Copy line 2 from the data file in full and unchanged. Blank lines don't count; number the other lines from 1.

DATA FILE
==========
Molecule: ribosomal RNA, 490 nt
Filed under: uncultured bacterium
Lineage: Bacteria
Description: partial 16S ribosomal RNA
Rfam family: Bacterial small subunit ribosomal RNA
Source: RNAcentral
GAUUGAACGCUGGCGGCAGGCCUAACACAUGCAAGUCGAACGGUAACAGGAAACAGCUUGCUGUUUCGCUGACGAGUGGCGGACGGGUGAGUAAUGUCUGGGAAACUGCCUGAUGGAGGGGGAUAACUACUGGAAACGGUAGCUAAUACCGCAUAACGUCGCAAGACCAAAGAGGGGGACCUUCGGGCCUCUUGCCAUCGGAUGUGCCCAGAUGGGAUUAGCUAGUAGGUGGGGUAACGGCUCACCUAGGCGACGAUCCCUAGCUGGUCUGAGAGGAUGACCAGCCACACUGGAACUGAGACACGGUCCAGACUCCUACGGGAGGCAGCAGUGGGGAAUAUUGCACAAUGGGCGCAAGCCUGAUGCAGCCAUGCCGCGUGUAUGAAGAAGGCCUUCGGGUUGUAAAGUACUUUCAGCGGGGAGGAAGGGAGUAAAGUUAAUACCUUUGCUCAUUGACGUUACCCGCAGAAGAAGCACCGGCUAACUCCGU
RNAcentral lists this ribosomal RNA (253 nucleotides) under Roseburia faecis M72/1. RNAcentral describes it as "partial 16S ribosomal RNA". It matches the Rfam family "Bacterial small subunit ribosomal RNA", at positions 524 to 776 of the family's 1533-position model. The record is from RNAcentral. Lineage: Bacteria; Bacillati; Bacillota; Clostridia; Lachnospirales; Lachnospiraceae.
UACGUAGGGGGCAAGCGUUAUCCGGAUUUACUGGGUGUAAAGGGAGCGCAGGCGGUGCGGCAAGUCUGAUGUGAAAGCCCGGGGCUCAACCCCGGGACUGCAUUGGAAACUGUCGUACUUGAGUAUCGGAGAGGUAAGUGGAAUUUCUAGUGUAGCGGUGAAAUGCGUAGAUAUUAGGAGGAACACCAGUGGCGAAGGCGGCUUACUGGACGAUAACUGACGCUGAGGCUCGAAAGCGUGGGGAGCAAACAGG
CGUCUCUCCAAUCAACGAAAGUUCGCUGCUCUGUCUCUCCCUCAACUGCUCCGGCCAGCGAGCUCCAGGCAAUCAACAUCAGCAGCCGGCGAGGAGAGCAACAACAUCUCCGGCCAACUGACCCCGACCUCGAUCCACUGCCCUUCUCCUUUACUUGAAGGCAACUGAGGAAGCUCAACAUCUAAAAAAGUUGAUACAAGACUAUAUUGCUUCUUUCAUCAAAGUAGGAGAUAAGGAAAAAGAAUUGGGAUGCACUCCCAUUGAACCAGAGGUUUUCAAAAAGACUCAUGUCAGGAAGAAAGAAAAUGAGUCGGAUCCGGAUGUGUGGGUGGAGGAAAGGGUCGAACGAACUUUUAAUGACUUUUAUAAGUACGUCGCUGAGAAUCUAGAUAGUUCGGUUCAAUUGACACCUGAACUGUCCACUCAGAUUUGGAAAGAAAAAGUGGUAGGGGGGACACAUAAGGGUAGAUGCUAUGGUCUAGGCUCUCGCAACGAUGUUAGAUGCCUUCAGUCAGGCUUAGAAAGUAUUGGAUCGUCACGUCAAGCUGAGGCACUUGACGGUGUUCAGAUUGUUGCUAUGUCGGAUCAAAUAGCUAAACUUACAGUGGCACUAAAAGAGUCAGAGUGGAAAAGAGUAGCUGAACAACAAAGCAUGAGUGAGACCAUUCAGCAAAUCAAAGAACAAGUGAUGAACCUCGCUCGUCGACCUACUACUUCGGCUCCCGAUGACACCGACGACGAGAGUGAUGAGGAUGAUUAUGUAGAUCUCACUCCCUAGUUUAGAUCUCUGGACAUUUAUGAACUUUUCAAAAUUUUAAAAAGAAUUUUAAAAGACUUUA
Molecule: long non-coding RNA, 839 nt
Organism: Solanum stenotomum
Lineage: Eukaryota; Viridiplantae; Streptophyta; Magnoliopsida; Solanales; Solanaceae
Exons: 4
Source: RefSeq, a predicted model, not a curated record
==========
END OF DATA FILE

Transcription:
Filed under: uncultured bacterium